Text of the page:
Harlyn said. “I don’t appreciate that.” 
Harlyn also gave a warning to Indian people, to never let their guard 
down, for no one knows what the future will bring. With his special 
intuition, Geronimo predicted a large war would occur in the Southwest 
when the white sands and the lava beds merge in southern New Mexico, 
where Apache were 1,000 years ago. 
Harlyn heard these stories from Geronimo’s wife Kate, who died in 
Mescalero in 1964, when he was seven years old. Kate passed the stories 
down to Harlyn’s father and his mother, Maneulo Carrillo, who retold 
them to Harlyn during her last days. 
Harlyn’s father’s mother was the daughter of Geronimo, the only 
surviving daughter who bore children. Lana Geronimo was born in St. 
Augustine, Fla. in 1887. She named her son, Harlyn’s father, Juanito 
Via, at a time when the name “Geronimo” was not celebrated by heads of 
state the way it is now in New Mexico. 
“At that time, they didn’t want us to have the last name,” Harlyn said. 
Geronimo left the legacy of a method: planning and strategizing to 
reach one’s goal. For instance, it might take all afternoon to kill a 
deer with one arrow, but after engaging in this, the experience would 
carry over onto the battlefield.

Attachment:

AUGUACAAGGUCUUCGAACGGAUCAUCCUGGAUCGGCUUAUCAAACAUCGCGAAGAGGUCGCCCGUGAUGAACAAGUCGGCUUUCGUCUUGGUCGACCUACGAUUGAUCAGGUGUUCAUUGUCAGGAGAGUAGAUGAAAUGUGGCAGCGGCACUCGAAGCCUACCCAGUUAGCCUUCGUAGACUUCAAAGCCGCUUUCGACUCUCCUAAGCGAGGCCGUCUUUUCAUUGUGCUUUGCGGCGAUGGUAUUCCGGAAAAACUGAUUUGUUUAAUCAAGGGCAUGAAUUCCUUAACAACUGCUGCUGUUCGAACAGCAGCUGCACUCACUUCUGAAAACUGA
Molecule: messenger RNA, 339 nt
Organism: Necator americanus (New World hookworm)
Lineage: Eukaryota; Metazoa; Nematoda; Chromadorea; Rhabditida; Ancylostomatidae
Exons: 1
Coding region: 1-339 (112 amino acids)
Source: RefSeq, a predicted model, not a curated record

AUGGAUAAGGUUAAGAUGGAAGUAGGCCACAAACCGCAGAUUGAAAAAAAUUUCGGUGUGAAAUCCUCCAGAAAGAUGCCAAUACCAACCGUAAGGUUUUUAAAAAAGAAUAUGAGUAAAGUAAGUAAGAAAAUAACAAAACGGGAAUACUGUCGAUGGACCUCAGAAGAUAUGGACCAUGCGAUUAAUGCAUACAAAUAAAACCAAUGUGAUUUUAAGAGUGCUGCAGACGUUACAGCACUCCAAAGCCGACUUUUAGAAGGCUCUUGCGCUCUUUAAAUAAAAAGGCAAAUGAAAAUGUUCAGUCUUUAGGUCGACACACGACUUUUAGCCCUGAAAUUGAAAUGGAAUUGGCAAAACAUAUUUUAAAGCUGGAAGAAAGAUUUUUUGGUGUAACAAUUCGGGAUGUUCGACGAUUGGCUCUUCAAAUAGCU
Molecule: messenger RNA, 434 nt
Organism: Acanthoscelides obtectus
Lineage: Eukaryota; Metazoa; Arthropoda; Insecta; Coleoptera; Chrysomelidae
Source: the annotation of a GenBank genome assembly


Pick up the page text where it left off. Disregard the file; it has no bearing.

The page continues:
Harlyn said this legacy -- of strategizing and planning to reach one’s 
goals – is a traditional way tribes can protect their people and their 
With Gov. Bill Richardson and an array of Congressional leaders invited 
to the unveiling of the Geronimo memorial plaque on Oct. 9 in the Gila 
Wilderness north of Silver City, Harlyn said his great-grandfather did 
foresee a time when Apache people would achieve tremendous progress. 
“He wanted the Apache Nation to progress. He saw this and made this 
prediction at that time.” 
On the plaque at his birthplace are these words, “I was born by the 
headwaters of the Gila. “Geronimo,” appears in large letters, with the 
words “Chiricahua Apache Chief, 1929 – 1909.” Engraved is his image 
with a rifle in hand. 
Harlyn knows the ultimate legacy of Geronimo. 
Geronimo’s legacy was survival. 
A Mexican Feast for Bodies and Souls.......